Washington to deal kidnappings directly
WASHINGTON- The Daniel Pearle episode has prompted the Bush administration to adopt a new policy that requires the federal government to review every kidnapping of an American overseas for possible action, including direct intervention and US commando operations.
A committee of officials from several agencies led by the National Security Council, the Hostage Subgroup, will examine every case in which an American is taken hostage in another country to assess whether intervention is warranted.
Officials said the new policy marked a significant turn in America’s handling of the hostage –taking problem that has confronted a succession of presidents. In the past the government sometimes declined to review cases that did not involve American officials or members of the armed forces.
The new approach has been devised in the backdrop of kidnapping of American journalist, Daniel Pearl in Pakistan. As is now a familiar pattern, the policy was approved by President Bush after a protracted debated that pitted the State Department against the Pentagon, with President Bush this time supporting the former.
Opponents of the policy, particularly at the Pentagon, said the approach would build pressure on the government to win the release of hostages and would give foes of the United States more incentive to kidnap Americans. The policy dropped a longstanding blanket prohibition of private companies paying ransom.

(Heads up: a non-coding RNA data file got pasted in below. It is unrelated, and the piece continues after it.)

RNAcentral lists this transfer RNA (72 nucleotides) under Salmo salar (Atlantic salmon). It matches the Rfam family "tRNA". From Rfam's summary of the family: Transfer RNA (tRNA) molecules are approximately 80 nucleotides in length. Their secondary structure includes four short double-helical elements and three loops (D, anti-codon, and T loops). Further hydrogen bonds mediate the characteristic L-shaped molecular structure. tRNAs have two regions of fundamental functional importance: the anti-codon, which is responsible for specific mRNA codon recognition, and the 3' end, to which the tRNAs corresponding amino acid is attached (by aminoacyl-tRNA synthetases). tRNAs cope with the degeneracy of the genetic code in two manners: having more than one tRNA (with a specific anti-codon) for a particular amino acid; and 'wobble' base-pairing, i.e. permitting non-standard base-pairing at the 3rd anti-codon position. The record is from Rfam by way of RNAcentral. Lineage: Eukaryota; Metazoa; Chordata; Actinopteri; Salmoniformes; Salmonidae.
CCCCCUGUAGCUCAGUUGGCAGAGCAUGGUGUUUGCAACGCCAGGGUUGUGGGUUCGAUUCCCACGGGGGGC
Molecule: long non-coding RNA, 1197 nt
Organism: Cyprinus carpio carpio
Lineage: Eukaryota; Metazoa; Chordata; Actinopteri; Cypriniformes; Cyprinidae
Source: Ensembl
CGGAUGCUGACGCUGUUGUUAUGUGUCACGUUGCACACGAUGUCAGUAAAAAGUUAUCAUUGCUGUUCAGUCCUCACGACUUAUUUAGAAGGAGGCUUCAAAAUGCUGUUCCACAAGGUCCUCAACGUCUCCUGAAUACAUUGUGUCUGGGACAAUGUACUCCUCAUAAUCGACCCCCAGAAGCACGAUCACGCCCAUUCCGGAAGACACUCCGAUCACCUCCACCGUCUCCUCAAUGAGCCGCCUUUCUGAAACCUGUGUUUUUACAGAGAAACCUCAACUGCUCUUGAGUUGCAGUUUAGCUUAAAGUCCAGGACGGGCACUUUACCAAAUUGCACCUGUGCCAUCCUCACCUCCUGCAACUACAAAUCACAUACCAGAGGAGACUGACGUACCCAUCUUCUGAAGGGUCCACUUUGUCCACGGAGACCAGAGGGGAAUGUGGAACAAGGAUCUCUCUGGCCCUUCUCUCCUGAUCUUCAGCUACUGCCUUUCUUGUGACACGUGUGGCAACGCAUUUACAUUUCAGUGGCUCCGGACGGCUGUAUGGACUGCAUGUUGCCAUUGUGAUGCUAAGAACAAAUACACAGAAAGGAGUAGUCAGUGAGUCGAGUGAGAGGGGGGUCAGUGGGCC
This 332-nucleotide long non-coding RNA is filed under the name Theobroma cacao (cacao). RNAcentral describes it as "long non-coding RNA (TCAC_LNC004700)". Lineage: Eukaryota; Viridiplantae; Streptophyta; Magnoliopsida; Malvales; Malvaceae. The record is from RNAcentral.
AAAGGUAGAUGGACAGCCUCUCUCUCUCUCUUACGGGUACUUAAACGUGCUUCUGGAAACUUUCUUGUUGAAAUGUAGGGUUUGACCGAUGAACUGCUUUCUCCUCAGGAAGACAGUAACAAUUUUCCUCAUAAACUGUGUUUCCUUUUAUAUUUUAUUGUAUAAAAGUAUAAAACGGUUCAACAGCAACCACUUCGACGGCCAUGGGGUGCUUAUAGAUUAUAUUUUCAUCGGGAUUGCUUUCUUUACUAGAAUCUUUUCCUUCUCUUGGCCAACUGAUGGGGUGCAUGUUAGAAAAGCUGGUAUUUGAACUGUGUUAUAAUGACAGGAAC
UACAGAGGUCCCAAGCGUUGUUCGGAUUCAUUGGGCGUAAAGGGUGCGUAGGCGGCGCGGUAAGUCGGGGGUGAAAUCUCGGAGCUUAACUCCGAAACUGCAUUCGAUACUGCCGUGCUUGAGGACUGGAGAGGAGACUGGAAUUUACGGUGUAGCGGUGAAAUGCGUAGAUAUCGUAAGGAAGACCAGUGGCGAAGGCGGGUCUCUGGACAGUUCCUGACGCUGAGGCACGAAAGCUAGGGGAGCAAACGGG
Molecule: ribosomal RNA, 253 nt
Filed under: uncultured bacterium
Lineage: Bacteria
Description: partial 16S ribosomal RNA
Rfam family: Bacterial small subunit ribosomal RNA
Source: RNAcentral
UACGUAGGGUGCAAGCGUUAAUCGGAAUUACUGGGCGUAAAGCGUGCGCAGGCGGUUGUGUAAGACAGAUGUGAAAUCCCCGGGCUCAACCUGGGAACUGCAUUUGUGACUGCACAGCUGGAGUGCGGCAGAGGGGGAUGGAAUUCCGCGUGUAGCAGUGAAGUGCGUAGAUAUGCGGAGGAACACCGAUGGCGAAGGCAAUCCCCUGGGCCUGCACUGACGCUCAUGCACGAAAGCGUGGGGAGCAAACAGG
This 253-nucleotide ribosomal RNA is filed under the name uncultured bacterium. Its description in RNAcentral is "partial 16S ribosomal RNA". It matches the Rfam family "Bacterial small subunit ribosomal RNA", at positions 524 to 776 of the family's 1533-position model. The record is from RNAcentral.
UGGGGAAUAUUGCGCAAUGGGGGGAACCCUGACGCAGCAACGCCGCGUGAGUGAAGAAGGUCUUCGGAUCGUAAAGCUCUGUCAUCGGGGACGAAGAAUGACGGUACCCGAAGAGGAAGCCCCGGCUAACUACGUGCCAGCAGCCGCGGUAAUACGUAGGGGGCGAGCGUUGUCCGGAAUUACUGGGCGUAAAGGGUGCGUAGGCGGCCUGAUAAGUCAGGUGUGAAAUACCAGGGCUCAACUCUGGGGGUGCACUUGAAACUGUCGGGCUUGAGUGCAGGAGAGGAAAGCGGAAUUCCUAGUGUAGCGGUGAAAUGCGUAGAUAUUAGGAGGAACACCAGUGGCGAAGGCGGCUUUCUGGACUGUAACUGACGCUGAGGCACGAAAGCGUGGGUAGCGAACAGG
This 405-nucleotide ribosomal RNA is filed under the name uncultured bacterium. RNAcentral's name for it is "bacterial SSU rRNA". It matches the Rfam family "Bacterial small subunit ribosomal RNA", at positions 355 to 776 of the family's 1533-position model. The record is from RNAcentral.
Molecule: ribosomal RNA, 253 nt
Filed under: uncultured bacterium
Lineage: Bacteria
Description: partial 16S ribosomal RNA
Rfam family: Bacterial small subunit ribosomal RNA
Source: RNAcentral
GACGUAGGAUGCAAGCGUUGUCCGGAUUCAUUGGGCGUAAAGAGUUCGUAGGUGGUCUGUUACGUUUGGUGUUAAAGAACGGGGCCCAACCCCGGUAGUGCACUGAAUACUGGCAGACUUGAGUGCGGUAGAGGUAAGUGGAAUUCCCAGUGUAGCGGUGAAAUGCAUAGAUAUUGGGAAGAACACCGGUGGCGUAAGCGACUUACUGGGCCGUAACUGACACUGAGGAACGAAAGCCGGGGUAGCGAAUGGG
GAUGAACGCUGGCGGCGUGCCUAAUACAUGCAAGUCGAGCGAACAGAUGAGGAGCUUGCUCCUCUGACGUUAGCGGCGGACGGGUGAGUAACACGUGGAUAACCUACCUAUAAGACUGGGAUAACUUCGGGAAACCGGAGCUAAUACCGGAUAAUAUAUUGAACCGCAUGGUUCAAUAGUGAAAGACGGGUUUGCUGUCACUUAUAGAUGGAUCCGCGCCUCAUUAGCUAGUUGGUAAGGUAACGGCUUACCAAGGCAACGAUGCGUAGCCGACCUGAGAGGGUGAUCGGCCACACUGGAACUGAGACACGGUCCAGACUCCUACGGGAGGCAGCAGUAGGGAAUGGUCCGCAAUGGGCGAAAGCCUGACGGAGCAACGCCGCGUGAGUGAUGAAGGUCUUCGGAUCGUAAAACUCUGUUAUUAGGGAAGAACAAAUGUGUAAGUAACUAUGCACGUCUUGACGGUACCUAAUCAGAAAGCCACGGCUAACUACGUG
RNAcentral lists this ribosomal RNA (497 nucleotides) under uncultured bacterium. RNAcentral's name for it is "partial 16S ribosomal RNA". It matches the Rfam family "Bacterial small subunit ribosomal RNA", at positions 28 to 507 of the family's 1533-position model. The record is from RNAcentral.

It also puts a high priority on ensuring that hostage takers are apprehended, tried and punished. “Justice is part of deterrence,” a senior official said. Officials said the government would identify countries where the risk of being taken hostage is greatest and give them priority in law enforcement training and other technical assistance programs if they want America to give such help. The changes are a response to the growing number of kidnappings by criminal and militant groups, particularly in the Philippines and South America.
Officials said Defense Secretary Donald H. Rumsfeld and other senior Pentagon officials had opposed the shift at first, warning that the policy could have the opposite of its intended effect. Requiring high-level attention for all such kidnappings, they said, puts a higher “market value” on each hostage and could prompt more hostage taking by groups eager to attract American attention. The State Department, on the other hand, argued that an immediate review of hostage cases and greater emphasis on tougher, more flexible efforts to bring hostage takers to justice would ultimately save lives and deter kidnappings. State Department officials also wanted greater flexibility in dealing with individual cases.
The policy, one senior official emphasized, still calls for “no deals, no concessions” to kidnappers of private citizens or government officials. But another official added: “The bottom line is: if you take an American hostage, even if ransom is paid, you will never benefit. You will be found and prosecuted.”
Source: The Nation